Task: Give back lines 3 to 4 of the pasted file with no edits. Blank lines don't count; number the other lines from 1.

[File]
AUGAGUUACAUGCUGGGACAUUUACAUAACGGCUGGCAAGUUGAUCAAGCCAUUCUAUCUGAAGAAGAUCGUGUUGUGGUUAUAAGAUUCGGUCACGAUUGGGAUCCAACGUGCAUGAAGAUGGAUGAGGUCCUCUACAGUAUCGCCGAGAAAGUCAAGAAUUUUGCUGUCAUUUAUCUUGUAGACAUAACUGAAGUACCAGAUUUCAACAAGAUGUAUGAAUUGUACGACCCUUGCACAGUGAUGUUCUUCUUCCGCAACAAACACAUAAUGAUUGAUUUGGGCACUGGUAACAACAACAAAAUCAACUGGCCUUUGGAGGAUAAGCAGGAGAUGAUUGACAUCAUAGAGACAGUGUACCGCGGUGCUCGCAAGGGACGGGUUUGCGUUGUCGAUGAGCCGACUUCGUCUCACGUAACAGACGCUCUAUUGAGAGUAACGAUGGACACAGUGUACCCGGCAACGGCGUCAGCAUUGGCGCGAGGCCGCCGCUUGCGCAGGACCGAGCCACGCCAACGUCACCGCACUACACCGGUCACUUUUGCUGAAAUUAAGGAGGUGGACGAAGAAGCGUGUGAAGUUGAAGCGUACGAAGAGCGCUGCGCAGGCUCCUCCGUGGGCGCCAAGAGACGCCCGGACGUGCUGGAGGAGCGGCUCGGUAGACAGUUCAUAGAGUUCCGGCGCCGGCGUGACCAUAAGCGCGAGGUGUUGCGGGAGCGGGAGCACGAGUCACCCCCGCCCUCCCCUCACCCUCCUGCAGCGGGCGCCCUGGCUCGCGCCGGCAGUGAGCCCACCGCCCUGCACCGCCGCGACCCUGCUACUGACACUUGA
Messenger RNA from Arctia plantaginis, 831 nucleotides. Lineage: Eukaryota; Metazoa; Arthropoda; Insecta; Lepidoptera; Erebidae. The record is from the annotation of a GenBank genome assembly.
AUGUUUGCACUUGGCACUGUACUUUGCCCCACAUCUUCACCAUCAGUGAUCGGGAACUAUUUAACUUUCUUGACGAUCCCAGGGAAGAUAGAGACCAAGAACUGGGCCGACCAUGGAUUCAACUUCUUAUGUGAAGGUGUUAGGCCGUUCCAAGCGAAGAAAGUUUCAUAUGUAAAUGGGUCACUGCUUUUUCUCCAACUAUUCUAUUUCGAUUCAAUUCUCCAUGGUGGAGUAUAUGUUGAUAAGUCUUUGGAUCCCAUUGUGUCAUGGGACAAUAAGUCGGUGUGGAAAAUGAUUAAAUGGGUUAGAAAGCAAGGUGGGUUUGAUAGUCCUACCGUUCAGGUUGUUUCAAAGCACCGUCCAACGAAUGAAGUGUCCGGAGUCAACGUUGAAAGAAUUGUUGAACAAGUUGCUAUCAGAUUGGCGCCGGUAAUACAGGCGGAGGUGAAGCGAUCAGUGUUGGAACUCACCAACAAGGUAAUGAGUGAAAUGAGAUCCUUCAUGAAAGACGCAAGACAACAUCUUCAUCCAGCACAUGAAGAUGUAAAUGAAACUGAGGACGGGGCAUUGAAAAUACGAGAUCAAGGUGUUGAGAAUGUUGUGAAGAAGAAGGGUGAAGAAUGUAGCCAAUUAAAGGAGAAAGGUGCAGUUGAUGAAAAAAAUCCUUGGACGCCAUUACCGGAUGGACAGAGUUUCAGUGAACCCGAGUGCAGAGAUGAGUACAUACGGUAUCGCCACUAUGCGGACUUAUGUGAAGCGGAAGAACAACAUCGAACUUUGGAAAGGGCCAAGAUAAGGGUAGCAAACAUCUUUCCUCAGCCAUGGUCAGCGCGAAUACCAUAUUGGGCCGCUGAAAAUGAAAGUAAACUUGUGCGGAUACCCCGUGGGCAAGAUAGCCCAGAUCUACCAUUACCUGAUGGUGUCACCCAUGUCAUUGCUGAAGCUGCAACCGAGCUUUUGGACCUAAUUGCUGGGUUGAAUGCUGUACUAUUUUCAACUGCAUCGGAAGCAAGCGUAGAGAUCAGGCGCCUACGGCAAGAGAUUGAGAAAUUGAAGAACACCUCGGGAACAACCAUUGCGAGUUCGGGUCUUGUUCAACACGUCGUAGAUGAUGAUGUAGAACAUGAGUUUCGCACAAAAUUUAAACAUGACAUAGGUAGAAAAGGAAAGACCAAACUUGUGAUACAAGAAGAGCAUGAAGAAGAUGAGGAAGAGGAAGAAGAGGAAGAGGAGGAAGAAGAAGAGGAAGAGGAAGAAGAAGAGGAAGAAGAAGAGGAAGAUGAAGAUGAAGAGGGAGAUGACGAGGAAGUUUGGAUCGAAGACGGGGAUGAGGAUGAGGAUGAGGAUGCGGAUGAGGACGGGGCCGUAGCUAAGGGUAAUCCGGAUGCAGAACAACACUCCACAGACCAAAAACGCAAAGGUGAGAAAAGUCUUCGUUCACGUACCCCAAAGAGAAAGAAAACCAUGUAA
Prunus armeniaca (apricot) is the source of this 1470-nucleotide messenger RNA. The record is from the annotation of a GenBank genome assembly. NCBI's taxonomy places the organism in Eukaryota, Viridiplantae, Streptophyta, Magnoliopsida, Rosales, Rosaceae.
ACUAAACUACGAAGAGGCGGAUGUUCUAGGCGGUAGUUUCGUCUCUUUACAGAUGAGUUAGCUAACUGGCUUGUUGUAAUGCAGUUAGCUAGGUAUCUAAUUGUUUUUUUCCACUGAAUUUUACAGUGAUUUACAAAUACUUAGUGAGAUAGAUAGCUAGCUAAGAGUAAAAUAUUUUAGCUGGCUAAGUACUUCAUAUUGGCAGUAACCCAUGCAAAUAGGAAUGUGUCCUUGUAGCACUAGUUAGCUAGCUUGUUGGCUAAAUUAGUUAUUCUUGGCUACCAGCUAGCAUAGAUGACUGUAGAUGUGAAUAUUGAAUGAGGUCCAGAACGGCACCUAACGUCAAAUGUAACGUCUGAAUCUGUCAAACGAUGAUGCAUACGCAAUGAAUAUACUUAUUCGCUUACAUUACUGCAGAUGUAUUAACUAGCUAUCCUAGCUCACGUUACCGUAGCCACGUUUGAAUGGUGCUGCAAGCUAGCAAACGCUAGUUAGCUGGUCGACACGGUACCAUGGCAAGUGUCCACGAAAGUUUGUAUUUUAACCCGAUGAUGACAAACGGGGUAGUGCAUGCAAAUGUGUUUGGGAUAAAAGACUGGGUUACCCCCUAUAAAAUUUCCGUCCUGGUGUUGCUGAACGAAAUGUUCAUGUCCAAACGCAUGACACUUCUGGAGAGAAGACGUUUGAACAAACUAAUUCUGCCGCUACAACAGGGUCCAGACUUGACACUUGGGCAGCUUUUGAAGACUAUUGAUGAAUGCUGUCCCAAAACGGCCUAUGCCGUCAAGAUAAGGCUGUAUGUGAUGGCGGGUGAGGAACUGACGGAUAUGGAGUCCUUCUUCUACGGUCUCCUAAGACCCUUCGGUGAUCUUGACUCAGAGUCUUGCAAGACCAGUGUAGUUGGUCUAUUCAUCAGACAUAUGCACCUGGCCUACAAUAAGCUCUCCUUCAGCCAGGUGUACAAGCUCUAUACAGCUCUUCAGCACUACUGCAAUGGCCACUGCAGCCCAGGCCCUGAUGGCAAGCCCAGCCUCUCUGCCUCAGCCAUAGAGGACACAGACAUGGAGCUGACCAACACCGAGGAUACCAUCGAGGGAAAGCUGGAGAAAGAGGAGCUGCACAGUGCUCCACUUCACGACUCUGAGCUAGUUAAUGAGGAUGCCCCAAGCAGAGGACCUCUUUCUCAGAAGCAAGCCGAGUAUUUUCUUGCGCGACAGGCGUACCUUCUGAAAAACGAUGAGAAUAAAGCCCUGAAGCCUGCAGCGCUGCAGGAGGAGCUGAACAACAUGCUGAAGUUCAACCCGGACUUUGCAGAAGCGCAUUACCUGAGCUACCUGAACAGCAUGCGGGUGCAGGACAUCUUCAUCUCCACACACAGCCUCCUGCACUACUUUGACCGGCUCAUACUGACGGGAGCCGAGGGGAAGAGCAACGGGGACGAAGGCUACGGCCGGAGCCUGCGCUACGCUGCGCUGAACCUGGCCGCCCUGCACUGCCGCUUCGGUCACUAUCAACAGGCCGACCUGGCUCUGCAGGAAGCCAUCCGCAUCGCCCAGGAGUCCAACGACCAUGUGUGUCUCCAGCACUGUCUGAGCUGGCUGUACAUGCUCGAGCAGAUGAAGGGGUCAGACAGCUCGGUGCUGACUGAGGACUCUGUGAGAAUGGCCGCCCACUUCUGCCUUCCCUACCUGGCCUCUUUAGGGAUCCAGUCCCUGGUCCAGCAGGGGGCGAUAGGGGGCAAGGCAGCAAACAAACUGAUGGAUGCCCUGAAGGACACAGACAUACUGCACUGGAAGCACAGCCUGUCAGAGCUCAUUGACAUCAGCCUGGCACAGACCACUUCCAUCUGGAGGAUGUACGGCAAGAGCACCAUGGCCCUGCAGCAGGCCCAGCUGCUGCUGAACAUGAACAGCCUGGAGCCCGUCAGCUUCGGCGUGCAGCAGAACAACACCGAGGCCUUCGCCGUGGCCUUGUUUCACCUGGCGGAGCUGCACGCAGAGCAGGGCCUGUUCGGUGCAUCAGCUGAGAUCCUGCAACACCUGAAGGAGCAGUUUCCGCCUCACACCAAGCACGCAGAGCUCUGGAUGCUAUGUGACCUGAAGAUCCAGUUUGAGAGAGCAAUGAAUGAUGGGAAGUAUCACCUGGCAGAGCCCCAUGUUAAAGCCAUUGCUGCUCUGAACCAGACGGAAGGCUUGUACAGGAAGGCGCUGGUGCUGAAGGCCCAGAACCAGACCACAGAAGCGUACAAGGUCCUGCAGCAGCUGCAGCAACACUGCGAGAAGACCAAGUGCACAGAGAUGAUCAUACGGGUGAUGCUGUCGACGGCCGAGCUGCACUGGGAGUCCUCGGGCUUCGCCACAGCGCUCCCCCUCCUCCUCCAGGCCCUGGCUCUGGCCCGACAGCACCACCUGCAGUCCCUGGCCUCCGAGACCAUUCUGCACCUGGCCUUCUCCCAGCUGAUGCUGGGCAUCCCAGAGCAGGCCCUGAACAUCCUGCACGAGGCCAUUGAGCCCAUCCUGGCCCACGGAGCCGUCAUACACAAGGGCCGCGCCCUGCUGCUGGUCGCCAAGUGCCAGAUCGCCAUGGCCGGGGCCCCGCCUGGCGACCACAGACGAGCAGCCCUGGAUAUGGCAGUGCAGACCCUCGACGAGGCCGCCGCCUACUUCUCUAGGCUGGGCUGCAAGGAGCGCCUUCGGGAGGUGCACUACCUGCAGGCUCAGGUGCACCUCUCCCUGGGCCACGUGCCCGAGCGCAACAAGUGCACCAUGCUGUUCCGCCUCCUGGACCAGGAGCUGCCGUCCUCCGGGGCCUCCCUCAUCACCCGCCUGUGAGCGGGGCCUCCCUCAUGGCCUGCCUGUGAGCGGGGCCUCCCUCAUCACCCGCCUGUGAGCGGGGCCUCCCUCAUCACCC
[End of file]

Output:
AUGUUUGCACUUGGCACUGUACUUUGCCCCACAUCUUCACCAUCAGUGAUCGGGAACUAUUUAACUUUCUUGACGAUCCCAGGGAAGAUAGAGACCAAGAACUGGGCCGACCAUGGAUUCAACUUCUUAUGUGAAGGUGUUAGGCCGUUCCAAGCGAAGAAAGUUUCAUAUGUAAAUGGGUCACUGCUUUUUCUCCAACUAUUCUAUUUCGAUUCAAUUCUCCAUGGUGGAGUAUAUGUUGAUAAGUCUUUGGAUCCCAUUGUGUCAUGGGACAAUAAGUCGGUGUGGAAAAUGAUUAAAUGGGUUAGAAAGCAAGGUGGGUUUGAUAGUCCUACCGUUCAGGUUGUUUCAAAGCACCGUCCAACGAAUGAAGUGUCCGGAGUCAACGUUGAAAGAAUUGUUGAACAAGUUGCUAUCAGAUUGGCGCCGGUAAUACAGGCGGAGGUGAAGCGAUCAGUGUUGGAACUCACCAACAAGGUAAUGAGUGAAAUGAGAUCCUUCAUGAAAGACGCAAGACAACAUCUUCAUCCAGCACAUGAAGAUGUAAAUGAAACUGAGGACGGGGCAUUGAAAAUACGAGAUCAAGGUGUUGAGAAUGUUGUGAAGAAGAAGGGUGAAGAAUGUAGCCAAUUAAAGGAGAAAGGUGCAGUUGAUGAAAAAAAUCCUUGGACGCCAUUACCGGAUGGACAGAGUUUCAGUGAACCCGAGUGCAGAGAUGAGUACAUACGGUAUCGCCACUAUGCGGACUUAUGUGAAGCGGAAGAACAACAUCGAACUUUGGAAAGGGCCAAGAUAAGGGUAGCAAACAUCUUUCCUCAGCCAUGGUCAGCGCGAAUACCAUAUUGGGCCGCUGAAAAUGAAAGUAAACUUGUGCGGAUACCCCGUGGGCAAGAUAGCCCAGAUCUACCAUUACCUGAUGGUGUCACCCAUGUCAUUGCUGAAGCUGCAACCGAGCUUUUGGACCUAAUUGCUGGGUUGAAUGCUGUACUAUUUUCAACUGCAUCGGAAGCAAGCGUAGAGAUCAGGCGCCUACGGCAAGAGAUUGAGAAAUUGAAGAACACCUCGGGAACAACCAUUGCGAGUUCGGGUCUUGUUCAACACGUCGUAGAUGAUGAUGUAGAACAUGAGUUUCGCACAAAAUUUAAACAUGACAUAGGUAGAAAAGGAAAGACCAAACUUGUGAUACAAGAAGAGCAUGAAGAAGAUGAGGAAGAGGAAGAAGAGGAAGAGGAGGAAGAAGAAGAGGAAGAGGAAGAAGAAGAGGAAGAAGAAGAGGAAGAUGAAGAUGAAGAGGGAGAUGACGAGGAAGUUUGGAUCGAAGACGGGGAUGAGGAUGAGGAUGAGGAUGCGGAUGAGGACGGGGCCGUAGCUAAGGGUAAUCCGGAUGCAGAACAACACUCCACAGACCAAAAACGCAAAGGUGAGAAAAGUCUUCGUUCACGUACCCCAAAGAGAAAGAAAACCAUGUAA
Prunus armeniaca (apricot) is the source of this 1470-nucleotide messenger RNA. The record is from the annotation of a GenBank genome assembly. NCBI's taxonomy places the organism in Eukaryota, Viridiplantae, Streptophyta, Magnoliopsida, Rosales, Rosaceae.